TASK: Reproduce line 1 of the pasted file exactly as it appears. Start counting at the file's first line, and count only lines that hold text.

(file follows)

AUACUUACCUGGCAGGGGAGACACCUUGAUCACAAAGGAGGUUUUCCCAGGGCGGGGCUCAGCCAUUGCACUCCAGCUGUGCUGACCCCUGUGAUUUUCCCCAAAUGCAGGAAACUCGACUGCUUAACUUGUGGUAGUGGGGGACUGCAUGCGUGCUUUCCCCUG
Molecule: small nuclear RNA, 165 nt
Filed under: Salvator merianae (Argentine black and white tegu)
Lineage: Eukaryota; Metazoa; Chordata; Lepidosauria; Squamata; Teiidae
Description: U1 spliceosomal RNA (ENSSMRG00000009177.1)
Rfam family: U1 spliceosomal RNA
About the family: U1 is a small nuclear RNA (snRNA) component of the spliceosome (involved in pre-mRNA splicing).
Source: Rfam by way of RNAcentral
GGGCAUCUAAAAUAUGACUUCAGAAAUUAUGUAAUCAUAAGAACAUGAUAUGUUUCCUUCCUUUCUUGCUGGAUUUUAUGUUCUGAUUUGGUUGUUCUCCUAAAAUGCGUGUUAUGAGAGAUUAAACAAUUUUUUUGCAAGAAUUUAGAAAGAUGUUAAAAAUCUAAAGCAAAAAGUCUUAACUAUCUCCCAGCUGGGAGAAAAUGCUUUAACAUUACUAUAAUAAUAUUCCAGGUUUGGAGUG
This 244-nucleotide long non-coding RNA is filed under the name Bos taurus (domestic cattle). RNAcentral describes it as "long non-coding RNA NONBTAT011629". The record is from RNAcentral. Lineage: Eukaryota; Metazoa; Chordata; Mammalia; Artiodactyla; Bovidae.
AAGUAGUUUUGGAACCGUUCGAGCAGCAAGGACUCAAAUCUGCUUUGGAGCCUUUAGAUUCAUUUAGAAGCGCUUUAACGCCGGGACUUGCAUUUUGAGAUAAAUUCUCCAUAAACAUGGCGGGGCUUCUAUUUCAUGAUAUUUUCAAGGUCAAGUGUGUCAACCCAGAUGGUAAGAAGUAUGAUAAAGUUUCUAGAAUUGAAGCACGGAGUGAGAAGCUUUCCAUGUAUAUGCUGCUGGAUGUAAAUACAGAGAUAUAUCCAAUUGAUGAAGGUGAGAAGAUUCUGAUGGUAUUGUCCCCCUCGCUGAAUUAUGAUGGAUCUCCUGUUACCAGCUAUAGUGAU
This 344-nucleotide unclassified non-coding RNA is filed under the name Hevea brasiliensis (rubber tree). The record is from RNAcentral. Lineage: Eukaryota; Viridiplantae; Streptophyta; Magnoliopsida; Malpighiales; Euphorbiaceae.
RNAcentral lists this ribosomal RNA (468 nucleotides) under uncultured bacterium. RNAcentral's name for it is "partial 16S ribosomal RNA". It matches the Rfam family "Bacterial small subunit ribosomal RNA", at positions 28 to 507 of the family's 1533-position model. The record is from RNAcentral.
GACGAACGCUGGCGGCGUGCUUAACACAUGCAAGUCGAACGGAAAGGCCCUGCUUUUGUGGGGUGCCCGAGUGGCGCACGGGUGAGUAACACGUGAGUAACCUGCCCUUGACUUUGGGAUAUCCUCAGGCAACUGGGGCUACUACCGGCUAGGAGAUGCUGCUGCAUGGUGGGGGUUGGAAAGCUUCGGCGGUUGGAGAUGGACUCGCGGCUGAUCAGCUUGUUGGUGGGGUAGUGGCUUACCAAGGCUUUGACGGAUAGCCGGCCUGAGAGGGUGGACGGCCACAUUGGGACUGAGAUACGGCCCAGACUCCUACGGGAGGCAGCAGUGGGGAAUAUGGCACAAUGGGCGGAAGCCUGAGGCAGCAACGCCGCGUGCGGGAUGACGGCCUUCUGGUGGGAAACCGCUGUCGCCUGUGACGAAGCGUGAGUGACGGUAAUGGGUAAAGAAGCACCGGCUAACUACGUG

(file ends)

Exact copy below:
AUACUUACCUGGCAGGGGAGACACCUUGAUCACAAAGGAGGUUUUCCCAGGGCGGGGCUCAGCCAUUGCACUCCAGCUGUGCUGACCCCUGUGAUUUUCCCCAAAUGCAGGAAACUCGACUGCUUAACUUGUGGUAGUGGGGGACUGCAUGCGUGCUUUCCCCUG